Keep the patient’s “sickroom” clean and clutter-free to avoid falls (and save a possible trip to the ER).  Organize furniture in such a way to lend support should the patient need something to lean on if needed.  Also, include a night-light (for middle-of-the-night bathroom trips) and a fully charged cell phone within easy reach.  Not all patients will be bed-ridden, but may still need some special attention.  For instance, chemotherapy may cause dizziness or nausea.  Consider putting a dorm-style refrigerator with cold beverages and simple snacks (such as yogurt or fruit) for easy and safe access.  Many caregivers are members of the “Sandwich Generation” club (simultaneously taking care of both their parents and their own young children).  To save time, buy in bulk at wholesale clubs such as Costco and when making dinner, make double and freeze the leftovers.  Consider online shopping if it is available from local grocers in your area.  Some grocers offer either online shopping where you choose your items, pay by credit card and your order is waiting for you when you go to the store or it can be delivered to your home for a small fee.  Visit a meal preparation service where you can pre-make several meals in less than two hours that can be easily frozen and then heated for dinner.

Ask for Help

Most importantly, do not be afraid to “ASK FOR HELP.”  Sometimes a caregiver may feel the pressure of being responsible for “all the needs” of the patient and will hesitate to ask for help.  Most family and friends do want to lend support, but often times are unsure of what to do.  If you are a caregiver who feels uncomfortable asking for help, keep a “to do” list so that tasks can be easily delegated when someone asks if there is anything they can do for you.  These can include time-consuming items such as folding laundry, picking up medications, grocery shopping, or yard work.  Create a Facebook page and post care-related jobs where friends and family can sign up. The time that will be freed up will allow you, as the caregiver, to take a little break from all the everyday demands.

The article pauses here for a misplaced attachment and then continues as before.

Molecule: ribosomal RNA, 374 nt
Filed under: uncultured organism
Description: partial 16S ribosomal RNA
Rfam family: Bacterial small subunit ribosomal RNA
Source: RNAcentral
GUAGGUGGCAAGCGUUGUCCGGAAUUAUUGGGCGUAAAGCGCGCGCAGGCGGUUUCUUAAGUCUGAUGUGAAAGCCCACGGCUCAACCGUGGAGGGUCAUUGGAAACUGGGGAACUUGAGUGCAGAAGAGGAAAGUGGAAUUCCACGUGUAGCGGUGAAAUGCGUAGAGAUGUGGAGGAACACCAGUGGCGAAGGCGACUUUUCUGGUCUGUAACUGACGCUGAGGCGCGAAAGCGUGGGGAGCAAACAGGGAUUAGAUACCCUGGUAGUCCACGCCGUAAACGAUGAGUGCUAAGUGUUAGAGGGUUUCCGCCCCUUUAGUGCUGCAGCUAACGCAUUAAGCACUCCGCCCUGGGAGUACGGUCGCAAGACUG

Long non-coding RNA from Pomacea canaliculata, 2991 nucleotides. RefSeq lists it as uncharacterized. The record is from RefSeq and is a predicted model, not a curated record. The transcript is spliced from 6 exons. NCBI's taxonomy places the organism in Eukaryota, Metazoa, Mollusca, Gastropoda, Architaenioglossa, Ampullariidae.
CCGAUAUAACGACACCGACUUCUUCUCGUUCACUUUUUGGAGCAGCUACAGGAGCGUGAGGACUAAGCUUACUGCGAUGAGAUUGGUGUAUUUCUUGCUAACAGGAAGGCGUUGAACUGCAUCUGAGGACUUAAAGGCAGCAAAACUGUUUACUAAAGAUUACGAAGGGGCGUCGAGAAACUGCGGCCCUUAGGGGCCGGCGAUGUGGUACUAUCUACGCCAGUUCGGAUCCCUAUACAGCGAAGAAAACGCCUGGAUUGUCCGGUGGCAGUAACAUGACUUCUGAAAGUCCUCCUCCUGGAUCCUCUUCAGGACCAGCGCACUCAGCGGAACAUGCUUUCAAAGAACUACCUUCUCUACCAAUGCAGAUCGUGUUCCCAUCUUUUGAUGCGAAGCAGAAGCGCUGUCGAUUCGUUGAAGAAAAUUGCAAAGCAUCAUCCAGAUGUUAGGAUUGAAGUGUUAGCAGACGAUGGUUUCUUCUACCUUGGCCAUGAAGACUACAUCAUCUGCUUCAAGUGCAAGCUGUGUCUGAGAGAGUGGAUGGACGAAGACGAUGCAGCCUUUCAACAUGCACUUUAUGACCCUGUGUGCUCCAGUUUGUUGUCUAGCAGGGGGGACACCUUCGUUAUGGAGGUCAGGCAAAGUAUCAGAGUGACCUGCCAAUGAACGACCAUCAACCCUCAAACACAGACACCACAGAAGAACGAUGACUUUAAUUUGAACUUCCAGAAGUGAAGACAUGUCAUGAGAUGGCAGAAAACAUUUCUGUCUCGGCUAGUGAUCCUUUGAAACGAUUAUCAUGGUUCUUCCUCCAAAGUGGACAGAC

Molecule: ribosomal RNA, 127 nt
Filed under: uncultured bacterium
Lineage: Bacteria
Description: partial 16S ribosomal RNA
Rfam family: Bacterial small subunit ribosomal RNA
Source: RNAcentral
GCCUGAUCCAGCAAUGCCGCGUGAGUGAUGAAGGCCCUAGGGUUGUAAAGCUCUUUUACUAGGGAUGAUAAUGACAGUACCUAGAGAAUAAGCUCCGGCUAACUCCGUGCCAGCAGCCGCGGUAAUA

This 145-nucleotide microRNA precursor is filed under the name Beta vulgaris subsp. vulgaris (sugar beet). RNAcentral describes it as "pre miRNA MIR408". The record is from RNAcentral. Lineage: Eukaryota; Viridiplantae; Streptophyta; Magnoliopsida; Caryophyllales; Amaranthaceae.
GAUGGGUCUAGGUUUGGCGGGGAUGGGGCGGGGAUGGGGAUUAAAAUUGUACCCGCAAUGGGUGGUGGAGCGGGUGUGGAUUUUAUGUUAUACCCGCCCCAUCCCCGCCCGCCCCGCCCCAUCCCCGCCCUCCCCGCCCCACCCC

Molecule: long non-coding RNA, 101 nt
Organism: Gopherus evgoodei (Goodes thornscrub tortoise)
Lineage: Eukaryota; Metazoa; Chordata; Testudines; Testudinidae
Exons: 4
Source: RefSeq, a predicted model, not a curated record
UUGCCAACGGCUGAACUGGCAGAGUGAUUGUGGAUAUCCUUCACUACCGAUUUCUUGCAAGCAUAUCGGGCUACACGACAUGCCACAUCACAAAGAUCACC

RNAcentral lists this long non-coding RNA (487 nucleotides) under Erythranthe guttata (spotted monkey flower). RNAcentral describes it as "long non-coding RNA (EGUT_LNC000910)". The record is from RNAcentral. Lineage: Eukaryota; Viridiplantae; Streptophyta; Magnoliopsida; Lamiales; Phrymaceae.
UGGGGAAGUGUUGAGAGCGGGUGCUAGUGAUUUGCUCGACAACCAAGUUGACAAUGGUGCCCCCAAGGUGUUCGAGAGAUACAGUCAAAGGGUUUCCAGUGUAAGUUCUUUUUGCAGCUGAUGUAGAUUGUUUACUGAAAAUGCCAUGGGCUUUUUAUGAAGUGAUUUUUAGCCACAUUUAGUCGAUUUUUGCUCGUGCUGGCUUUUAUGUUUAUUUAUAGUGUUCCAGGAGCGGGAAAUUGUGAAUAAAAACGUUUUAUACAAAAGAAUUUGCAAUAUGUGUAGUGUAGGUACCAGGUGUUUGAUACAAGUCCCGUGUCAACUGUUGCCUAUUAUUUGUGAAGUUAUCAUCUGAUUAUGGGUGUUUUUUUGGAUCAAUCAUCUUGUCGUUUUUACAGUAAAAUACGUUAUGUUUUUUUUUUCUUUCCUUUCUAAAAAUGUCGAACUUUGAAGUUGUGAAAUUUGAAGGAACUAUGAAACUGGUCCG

While caregiving can be a very rewarding experience, in many cases it can also be stressful and take its toll both physically and mentally on the caregiver.  Getting organized at the outset can help alleviate some of this stress.  Nevertheless, even the best plans do not always work out, so remember to expect the unexpected.  Sometimes caregivers find themselves facing the reality of having to “go it alone.”  If you find yourself in this situation, consider contacting a guidance counselor at your local high school.  Many students today are required to complete a number of community service hours and could meet these requirements by helping out with some of the errands and household tasks.  Other options include getting formal respite care to provide short-term relief from caregiving duties or hiring a certified geriatric care manager, who is a specialist and can help families to care for older relatives.  It is always important to remember, “You don’t have to do it alone.”  Reach out for help.  Take care of yourself first so that you can be a better caregiver.

Kornblum, Janet.  “Online medical records offer convenience, may limit privacy.” 
USA Today.  Goodman, Brenda.  “The 18-Minute Doctor’s Appointment Challenge.” 
Sanders, Gail.  “10 Tips for Organizing the Sickroom for the Caregiver” 
Rauch, Kate.  Managing Friends and Family When You’re the Primary Caregiver